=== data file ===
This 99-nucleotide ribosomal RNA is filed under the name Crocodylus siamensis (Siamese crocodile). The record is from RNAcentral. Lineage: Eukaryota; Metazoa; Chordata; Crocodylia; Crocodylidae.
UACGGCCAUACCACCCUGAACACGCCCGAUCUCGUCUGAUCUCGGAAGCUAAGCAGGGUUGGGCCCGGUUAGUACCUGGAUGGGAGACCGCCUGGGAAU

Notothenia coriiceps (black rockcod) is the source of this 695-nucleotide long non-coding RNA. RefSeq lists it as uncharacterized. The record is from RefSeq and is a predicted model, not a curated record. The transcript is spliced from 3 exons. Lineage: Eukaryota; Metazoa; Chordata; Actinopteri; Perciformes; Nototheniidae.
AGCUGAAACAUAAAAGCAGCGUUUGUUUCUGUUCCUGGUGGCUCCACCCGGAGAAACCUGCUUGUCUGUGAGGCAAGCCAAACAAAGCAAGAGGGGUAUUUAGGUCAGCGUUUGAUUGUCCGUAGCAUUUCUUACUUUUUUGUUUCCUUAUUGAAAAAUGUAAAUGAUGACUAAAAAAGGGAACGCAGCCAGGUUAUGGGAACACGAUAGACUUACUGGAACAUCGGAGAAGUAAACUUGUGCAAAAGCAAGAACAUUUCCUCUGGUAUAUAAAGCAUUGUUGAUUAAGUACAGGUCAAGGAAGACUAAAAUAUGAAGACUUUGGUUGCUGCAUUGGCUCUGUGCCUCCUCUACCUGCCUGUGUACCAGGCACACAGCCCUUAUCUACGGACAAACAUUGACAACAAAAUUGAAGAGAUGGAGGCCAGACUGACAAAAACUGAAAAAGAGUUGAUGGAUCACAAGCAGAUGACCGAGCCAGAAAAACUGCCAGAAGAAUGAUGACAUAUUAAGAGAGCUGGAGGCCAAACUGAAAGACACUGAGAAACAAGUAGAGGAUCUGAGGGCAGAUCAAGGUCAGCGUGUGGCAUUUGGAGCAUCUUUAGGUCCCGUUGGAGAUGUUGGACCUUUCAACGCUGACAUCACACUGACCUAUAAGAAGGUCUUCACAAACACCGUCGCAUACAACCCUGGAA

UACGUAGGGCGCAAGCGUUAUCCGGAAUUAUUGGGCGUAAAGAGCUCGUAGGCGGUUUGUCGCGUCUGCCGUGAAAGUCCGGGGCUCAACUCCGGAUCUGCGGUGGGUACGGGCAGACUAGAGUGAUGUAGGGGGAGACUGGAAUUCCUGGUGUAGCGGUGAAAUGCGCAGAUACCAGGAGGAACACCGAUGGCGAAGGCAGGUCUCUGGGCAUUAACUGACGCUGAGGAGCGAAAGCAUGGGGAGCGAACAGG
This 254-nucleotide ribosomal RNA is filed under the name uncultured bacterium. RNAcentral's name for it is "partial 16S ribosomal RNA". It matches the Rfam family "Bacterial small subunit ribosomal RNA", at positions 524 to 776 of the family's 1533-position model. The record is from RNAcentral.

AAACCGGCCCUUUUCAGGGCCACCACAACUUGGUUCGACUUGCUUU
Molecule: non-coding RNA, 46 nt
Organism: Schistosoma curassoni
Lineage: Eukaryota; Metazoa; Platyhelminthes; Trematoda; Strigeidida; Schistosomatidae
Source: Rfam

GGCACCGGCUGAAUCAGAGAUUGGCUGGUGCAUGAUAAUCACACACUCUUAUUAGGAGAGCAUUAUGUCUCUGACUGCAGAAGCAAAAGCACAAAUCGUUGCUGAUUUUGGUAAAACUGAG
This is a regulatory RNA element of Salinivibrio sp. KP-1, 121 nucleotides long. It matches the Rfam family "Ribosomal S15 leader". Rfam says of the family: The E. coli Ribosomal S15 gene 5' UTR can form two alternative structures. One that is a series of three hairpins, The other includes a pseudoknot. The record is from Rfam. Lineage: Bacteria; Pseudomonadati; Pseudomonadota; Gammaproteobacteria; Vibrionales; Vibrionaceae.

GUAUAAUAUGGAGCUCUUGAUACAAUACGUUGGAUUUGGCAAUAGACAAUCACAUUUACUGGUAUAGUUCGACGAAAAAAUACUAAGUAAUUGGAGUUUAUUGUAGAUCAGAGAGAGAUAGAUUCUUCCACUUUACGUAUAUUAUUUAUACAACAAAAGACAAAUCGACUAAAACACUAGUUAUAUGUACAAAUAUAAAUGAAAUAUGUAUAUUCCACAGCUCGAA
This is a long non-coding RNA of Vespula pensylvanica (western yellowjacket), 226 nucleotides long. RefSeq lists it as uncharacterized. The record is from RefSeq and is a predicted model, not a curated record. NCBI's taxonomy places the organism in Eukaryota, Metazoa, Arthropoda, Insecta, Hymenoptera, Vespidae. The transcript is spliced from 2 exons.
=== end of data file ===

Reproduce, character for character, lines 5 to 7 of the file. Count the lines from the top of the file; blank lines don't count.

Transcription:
UACGUAGGGCGCAAGCGUUAUCCGGAAUUAUUGGGCGUAAAGAGCUCGUAGGCGGUUUGUCGCGUCUGCCGUGAAAGUCCGGGGCUCAACUCCGGAUCUGCGGUGGGUACGGGCAGACUAGAGUGAUGUAGGGGGAGACUGGAAUUCCUGGUGUAGCGGUGAAAUGCGCAGAUACCAGGAGGAACACCGAUGGCGAAGGCAGGUCUCUGGGCAUUAACUGACGCUGAGGAGCGAAAGCAUGGGGAGCGAACAGG
This 254-nucleotide ribosomal RNA is filed under the name uncultured bacterium. RNAcentral's name for it is "partial 16S ribosomal RNA". It matches the Rfam family "Bacterial small subunit ribosomal RNA", at positions 524 to 776 of the family's 1533-position model. The record is from RNAcentral.

AAACCGGCCCUUUUCAGGGCCACCACAACUUGGUUCGACUUGCUUU